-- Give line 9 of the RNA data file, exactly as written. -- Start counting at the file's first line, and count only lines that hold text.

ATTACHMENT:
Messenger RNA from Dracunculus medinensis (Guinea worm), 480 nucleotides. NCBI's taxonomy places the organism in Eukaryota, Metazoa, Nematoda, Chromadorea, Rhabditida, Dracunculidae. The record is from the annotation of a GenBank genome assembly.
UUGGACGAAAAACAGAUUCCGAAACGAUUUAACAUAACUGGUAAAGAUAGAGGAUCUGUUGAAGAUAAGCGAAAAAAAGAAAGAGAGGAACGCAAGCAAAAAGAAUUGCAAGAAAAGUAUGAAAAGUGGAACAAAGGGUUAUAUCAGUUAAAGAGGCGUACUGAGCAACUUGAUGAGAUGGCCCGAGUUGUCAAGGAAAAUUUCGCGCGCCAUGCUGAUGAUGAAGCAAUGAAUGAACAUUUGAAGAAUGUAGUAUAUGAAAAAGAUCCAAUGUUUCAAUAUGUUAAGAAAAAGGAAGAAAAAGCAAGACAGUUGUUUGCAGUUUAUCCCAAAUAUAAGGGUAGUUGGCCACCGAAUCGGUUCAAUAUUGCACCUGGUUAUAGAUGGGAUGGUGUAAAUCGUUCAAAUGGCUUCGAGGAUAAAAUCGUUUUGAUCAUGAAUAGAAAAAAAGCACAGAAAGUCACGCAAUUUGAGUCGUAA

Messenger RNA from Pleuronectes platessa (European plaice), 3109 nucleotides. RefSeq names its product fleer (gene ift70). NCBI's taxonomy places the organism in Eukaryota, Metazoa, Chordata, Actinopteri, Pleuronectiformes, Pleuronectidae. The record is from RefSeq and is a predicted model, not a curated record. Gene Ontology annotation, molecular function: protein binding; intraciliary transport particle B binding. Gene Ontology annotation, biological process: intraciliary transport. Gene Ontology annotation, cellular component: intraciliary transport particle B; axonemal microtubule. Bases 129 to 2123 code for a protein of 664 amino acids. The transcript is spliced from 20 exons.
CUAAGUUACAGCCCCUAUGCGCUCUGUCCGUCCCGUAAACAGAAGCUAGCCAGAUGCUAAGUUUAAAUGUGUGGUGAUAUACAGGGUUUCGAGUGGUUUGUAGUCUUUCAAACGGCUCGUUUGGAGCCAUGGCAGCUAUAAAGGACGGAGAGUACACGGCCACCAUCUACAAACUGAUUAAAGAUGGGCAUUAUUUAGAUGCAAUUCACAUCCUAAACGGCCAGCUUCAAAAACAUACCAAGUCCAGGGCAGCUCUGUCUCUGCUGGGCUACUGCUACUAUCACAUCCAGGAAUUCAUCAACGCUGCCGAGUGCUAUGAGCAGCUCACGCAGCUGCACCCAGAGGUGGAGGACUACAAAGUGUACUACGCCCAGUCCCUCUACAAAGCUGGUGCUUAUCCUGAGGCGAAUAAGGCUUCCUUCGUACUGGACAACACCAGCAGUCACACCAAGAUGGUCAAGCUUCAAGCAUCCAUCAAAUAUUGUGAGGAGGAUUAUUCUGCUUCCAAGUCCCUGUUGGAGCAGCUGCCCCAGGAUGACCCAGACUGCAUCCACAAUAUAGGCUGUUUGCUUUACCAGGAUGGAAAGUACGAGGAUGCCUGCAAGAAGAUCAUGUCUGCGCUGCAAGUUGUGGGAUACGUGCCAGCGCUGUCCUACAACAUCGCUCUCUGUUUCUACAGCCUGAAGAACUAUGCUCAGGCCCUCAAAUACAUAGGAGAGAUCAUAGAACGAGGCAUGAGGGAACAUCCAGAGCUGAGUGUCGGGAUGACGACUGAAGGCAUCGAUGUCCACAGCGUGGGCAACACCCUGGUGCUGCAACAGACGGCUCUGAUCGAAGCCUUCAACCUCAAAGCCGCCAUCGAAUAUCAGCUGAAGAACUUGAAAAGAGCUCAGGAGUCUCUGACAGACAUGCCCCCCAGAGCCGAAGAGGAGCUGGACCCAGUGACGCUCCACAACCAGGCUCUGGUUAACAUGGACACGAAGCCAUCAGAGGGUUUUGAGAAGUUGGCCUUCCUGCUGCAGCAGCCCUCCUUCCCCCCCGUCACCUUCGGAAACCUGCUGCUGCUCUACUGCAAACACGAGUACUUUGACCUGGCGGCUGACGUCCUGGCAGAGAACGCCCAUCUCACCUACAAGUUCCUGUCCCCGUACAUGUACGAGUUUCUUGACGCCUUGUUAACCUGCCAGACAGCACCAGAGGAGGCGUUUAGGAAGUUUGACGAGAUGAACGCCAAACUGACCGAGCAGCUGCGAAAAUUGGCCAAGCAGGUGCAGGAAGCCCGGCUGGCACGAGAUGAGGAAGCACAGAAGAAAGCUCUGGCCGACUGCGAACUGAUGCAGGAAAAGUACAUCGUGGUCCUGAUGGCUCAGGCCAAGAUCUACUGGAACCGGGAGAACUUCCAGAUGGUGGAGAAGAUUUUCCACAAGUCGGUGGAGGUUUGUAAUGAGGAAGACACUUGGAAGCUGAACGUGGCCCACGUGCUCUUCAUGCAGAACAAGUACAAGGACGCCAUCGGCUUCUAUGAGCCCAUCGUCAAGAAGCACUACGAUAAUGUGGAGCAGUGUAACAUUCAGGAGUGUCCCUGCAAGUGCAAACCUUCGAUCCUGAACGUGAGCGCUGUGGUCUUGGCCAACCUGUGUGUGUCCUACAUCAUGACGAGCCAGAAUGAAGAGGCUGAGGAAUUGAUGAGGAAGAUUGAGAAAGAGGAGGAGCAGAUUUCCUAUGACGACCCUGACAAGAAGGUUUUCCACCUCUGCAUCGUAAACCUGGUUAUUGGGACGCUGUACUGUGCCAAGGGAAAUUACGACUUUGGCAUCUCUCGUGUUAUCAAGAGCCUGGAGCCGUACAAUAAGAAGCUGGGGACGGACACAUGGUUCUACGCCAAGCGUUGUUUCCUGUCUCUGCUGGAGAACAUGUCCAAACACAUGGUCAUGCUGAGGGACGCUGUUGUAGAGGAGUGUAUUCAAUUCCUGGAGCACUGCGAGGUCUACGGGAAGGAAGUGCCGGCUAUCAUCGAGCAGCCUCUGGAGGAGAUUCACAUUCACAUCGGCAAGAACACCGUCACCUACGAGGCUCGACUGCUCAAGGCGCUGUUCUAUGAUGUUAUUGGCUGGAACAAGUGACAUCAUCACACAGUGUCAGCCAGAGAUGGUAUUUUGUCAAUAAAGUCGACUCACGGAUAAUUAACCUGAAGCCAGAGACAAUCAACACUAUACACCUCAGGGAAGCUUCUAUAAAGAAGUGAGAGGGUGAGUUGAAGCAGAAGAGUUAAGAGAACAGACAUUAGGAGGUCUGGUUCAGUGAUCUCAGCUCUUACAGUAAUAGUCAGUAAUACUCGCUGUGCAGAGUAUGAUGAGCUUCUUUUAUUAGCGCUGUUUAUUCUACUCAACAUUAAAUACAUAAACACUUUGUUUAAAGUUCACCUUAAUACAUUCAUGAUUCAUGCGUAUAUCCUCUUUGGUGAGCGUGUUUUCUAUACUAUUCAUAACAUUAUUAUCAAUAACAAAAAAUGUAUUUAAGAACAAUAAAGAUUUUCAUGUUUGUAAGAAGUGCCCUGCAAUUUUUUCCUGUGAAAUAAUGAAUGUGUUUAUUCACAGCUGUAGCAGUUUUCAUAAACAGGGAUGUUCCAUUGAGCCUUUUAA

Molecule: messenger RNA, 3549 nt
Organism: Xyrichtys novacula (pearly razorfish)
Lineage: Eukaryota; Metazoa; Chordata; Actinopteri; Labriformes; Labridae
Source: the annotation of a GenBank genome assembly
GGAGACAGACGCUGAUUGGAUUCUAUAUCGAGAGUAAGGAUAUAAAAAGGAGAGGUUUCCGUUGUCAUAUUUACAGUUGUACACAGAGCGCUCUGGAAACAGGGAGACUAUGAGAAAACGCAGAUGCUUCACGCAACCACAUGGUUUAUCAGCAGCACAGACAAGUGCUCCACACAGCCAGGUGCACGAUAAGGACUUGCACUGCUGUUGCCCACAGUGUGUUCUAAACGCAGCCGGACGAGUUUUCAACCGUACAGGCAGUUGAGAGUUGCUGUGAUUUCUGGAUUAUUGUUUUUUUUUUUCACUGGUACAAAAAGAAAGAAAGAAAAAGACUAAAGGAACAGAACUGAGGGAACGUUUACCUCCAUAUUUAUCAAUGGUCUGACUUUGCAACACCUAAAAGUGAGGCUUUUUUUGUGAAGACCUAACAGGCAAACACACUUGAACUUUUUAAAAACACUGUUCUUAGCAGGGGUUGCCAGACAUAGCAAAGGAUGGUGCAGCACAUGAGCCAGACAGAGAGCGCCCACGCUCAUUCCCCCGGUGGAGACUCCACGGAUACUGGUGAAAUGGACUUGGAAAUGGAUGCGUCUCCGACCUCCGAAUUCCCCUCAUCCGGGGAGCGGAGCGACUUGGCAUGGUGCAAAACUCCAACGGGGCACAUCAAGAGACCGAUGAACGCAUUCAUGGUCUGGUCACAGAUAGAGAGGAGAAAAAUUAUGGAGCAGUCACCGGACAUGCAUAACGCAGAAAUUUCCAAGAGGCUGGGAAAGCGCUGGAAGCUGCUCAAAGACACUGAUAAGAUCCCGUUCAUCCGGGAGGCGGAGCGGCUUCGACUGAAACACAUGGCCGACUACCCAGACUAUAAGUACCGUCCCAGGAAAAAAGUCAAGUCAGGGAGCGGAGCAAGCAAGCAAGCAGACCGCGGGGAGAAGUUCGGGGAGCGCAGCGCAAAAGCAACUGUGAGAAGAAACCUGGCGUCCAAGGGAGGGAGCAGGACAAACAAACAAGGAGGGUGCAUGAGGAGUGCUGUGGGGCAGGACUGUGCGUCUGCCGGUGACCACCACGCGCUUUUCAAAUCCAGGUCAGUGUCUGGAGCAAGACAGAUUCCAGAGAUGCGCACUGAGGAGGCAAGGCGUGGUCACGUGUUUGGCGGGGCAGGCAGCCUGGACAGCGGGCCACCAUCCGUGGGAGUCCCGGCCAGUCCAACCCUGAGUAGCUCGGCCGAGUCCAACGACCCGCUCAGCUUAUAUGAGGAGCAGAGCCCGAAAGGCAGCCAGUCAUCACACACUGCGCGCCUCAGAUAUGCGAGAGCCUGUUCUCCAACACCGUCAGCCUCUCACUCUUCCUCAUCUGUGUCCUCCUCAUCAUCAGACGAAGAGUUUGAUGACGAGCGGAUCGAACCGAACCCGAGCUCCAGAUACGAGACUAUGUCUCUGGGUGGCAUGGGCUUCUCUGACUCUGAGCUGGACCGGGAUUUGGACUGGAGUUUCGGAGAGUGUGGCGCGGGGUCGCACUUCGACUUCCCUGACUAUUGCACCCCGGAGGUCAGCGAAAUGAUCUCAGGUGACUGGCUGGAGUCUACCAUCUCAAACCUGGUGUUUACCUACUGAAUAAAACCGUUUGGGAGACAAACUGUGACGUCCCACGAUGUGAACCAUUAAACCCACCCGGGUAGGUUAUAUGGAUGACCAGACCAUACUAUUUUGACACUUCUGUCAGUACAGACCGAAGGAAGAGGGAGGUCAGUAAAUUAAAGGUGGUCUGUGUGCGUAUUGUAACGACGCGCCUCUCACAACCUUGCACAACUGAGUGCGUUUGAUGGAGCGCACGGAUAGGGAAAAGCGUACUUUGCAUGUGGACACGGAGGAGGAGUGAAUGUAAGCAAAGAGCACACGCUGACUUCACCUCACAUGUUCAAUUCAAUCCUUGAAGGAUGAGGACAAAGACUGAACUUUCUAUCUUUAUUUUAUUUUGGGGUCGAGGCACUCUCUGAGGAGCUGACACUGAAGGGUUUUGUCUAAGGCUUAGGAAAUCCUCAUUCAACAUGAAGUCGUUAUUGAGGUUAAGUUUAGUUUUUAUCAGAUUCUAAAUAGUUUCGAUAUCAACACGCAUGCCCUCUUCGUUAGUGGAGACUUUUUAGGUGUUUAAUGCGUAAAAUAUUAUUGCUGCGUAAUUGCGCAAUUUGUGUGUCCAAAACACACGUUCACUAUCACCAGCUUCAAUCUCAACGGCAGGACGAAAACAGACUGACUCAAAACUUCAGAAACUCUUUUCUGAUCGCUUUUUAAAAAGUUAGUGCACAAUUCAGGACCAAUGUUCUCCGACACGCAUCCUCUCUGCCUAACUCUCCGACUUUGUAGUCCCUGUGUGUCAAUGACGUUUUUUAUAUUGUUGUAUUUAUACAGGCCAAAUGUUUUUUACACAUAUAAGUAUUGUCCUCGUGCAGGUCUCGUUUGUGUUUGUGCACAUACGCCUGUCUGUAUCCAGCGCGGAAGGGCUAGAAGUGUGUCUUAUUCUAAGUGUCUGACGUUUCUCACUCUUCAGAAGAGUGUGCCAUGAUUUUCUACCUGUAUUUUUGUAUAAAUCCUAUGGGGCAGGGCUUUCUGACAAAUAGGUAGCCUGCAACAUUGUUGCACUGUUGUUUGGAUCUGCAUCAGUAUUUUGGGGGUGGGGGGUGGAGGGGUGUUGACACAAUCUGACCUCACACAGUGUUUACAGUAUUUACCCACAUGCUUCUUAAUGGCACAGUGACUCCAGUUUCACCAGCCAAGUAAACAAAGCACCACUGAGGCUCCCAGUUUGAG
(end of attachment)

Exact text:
GGAGACAGACGCUGAUUGGAUUCUAUAUCGAGAGUAAGGAUAUAAAAAGGAGAGGUUUCCGUUGUCAUAUUUACAGUUGUACACAGAGCGCUCUGGAAACAGGGAGACUAUGAGAAAACGCAGAUGCUUCACGCAACCACAUGGUUUAUCAGCAGCACAGACAAGUGCUCCACACAGCCAGGUGCACGAUAAGGACUUGCACUGCUGUUGCCCACAGUGUGUUCUAAACGCAGCCGGACGAGUUUUCAACCGUACAGGCAGUUGAGAGUUGCUGUGAUUUCUGGAUUAUUGUUUUUUUUUUUCACUGGUACAAAAAGAAAGAAAGAAAAAGACUAAAGGAACAGAACUGAGGGAACGUUUACCUCCAUAUUUAUCAAUGGUCUGACUUUGCAACACCUAAAAGUGAGGCUUUUUUUGUGAAGACCUAACAGGCAAACACACUUGAACUUUUUAAAAACACUGUUCUUAGCAGGGGUUGCCAGACAUAGCAAAGGAUGGUGCAGCACAUGAGCCAGACAGAGAGCGCCCACGCUCAUUCCCCCGGUGGAGACUCCACGGAUACUGGUGAAAUGGACUUGGAAAUGGAUGCGUCUCCGACCUCCGAAUUCCCCUCAUCCGGGGAGCGGAGCGACUUGGCAUGGUGCAAAACUCCAACGGGGCACAUCAAGAGACCGAUGAACGCAUUCAUGGUCUGGUCACAGAUAGAGAGGAGAAAAAUUAUGGAGCAGUCACCGGACAUGCAUAACGCAGAAAUUUCCAAGAGGCUGGGAAAGCGCUGGAAGCUGCUCAAAGACACUGAUAAGAUCCCGUUCAUCCGGGAGGCGGAGCGGCUUCGACUGAAACACAUGGCCGACUACCCAGACUAUAAGUACCGUCCCAGGAAAAAAGUCAAGUCAGGGAGCGGAGCAAGCAAGCAAGCAGACCGCGGGGAGAAGUUCGGGGAGCGCAGCGCAAAAGCAACUGUGAGAAGAAACCUGGCGUCCAAGGGAGGGAGCAGGACAAACAAACAAGGAGGGUGCAUGAGGAGUGCUGUGGGGCAGGACUGUGCGUCUGCCGGUGACCACCACGCGCUUUUCAAAUCCAGGUCAGUGUCUGGAGCAAGACAGAUUCCAGAGAUGCGCACUGAGGAGGCAAGGCGUGGUCACGUGUUUGGCGGGGCAGGCAGCCUGGACAGCGGGCCACCAUCCGUGGGAGUCCCGGCCAGUCCAACCCUGAGUAGCUCGGCCGAGUCCAACGACCCGCUCAGCUUAUAUGAGGAGCAGAGCCCGAAAGGCAGCCAGUCAUCACACACUGCGCGCCUCAGAUAUGCGAGAGCCUGUUCUCCAACACCGUCAGCCUCUCACUCUUCCUCAUCUGUGUCCUCCUCAUCAUCAGACGAAGAGUUUGAUGACGAGCGGAUCGAACCGAACCCGAGCUCCAGAUACGAGACUAUGUCUCUGGGUGGCAUGGGCUUCUCUGACUCUGAGCUGGACCGGGAUUUGGACUGGAGUUUCGGAGAGUGUGGCGCGGGGUCGCACUUCGACUUCCCUGACUAUUGCACCCCGGAGGUCAGCGAAAUGAUCUCAGGUGACUGGCUGGAGUCUACCAUCUCAAACCUGGUGUUUACCUACUGAAUAAAACCGUUUGGGAGACAAACUGUGACGUCCCACGAUGUGAACCAUUAAACCCACCCGGGUAGGUUAUAUGGAUGACCAGACCAUACUAUUUUGACACUUCUGUCAGUACAGACCGAAGGAAGAGGGAGGUCAGUAAAUUAAAGGUGGUCUGUGUGCGUAUUGUAACGACGCGCCUCUCACAACCUUGCACAACUGAGUGCGUUUGAUGGAGCGCACGGAUAGGGAAAAGCGUACUUUGCAUGUGGACACGGAGGAGGAGUGAAUGUAAGCAAAGAGCACACGCUGACUUCACCUCACAUGUUCAAUUCAAUCCUUGAAGGAUGAGGACAAAGACUGAACUUUCUAUCUUUAUUUUAUUUUGGGGUCGAGGCACUCUCUGAGGAGCUGACACUGAAGGGUUUUGUCUAAGGCUUAGGAAAUCCUCAUUCAACAUGAAGUCGUUAUUGAGGUUAAGUUUAGUUUUUAUCAGAUUCUAAAUAGUUUCGAUAUCAACACGCAUGCCCUCUUCGUUAGUGGAGACUUUUUAGGUGUUUAAUGCGUAAAAUAUUAUUGCUGCGUAAUUGCGCAAUUUGUGUGUCCAAAACACACGUUCACUAUCACCAGCUUCAAUCUCAACGGCAGGACGAAAACAGACUGACUCAAAACUUCAGAAACUCUUUUCUGAUCGCUUUUUAAAAAGUUAGUGCACAAUUCAGGACCAAUGUUCUCCGACACGCAUCCUCUCUGCCUAACUCUCCGACUUUGUAGUCCCUGUGUGUCAAUGACGUUUUUUAUAUUGUUGUAUUUAUACAGGCCAAAUGUUUUUUACACAUAUAAGUAUUGUCCUCGUGCAGGUCUCGUUUGUGUUUGUGCACAUACGCCUGUCUGUAUCCAGCGCGGAAGGGCUAGAAGUGUGUCUUAUUCUAAGUGUCUGACGUUUCUCACUCUUCAGAAGAGUGUGCCAUGAUUUUCUACCUGUAUUUUUGUAUAAAUCCUAUGGGGCAGGGCUUUCUGACAAAUAGGUAGCCUGCAACAUUGUUGCACUGUUGUUUGGAUCUGCAUCAGUAUUUUGGGGGUGGGGGGUGGAGGGGUGUUGACACAAUCUGACCUCACACAGUGUUUACAGUAUUUACCCACAUGCUUCUUAAUGGCACAGUGACUCCAGUUUCACCAGCCAAGUAAACAAAGCACCACUGAGGCUCCCAGUUUGAG